Saturday, July 30, 2011


I think it is interesting that some writers are turning to agents to have their ebooks pubbed. Personally, I do not have the time nor the inclination to handle the production/promotion/sales of ebooks for clients, especially for new projects. In my opinion, there are better freelance editors out there than me, production is the easy part so authors should learn and apply, and that is an interesting part of the equation. I probably have more marketing experience than most authors and/or agents, but marketing ebooks could easily be a full-time job for someone in an agency, and I don't want to divert my attention from what I love...discovering talent, nurturing talent and making a love connection betwn authors and editors.

For backlist, epubbing is often the only alternative for authors/illustrators, and I just spoke to Ronnie about it and I know she is trying to figure out how to get our clients' out of print books out as ebooks....Ronnie, who is also a well published author, has a strong backlist of her own so I think she will start by thinking about this for her own books and then go from there.

Things are changing so quickly it is making everyone's head spin, and I think everyone is really trying to do the best for their clients while tapping into what they know how to do and/or are willing to do. I keep hearing the words 'money grab', but I really doubt agents who are trying new ventures are just trying to hold on to every possible dollar flow. I think they are trying to grow and reinvent with the industry.

Things will shake-out and who knows which business model will be the answer, but authors (and I am one too so this is not coming from some podium) need to decide what they want in an agent. If you trusted your agent before, do you suddenly question everything you thought about them because they are offering some services that you are not interested in?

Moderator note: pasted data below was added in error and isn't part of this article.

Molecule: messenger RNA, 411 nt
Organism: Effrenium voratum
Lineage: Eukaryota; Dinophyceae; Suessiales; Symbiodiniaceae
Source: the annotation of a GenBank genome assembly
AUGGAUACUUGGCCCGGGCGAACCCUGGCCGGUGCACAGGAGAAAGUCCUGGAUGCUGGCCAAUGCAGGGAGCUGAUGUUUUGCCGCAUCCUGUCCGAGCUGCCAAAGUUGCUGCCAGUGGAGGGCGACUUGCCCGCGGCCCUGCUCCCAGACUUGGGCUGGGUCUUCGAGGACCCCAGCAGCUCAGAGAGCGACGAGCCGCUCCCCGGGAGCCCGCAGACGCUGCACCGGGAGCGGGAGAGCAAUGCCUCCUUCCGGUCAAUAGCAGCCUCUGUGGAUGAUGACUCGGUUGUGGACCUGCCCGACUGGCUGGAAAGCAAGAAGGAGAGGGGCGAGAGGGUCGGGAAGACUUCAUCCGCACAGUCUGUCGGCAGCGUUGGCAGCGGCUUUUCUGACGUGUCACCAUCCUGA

Actually, I see a lot of conflict of interest in some of the biz models, but agenting + epubbing is evolving and time will tell. For now, if you have an agent and he/she is doing a great job for you and you are happy, stop fretting and enjoy your relationship. If you are looking for an agent, decide what you want and query those agents who offer what you are looking for.


  1. Thanks for writing and tweeting about this topic. It's interesting to hear an agent's opinion.

  2. Thanks for your insights, Jill, in this ever evolving sphere. I found it interesting that even with your expertise in marketing, you wouldn't want to detract from what you see your real agenting task as.

  3. Thanks for your honest opinion. Everything is changing so fast in an industry that most of the time moves so slowly. I think it's important to be flexible and informed. And I love how you defined your main task as an agent.

    Thanks. :)

  4. Great insight on this. And yes, everything is changing and new writers have a lot to think about in regards to getting their books on the market. Thanks.

  5. I like your point--an agent thinking about how they can grow and change, and possibly support their clients in a new different way, isn't a reason to start worrying about the agent--if you already have a good, trust-based relationship. I'm not sure how I'd weigh an e-publishing element to an agent I was considering, but I do know that I'd rather have an agent watching and exploring than one who is actively avoiding thinking about what's happening.

  6. SO insightful. Thank you, Jill and Ronnie.

  7. I loved reading your balanced perspective on it. I agree with you that it's hard to see the business model, but in a changing world, I also see the need to say on top of the change. I appreciate your openness and positivity on these issues.



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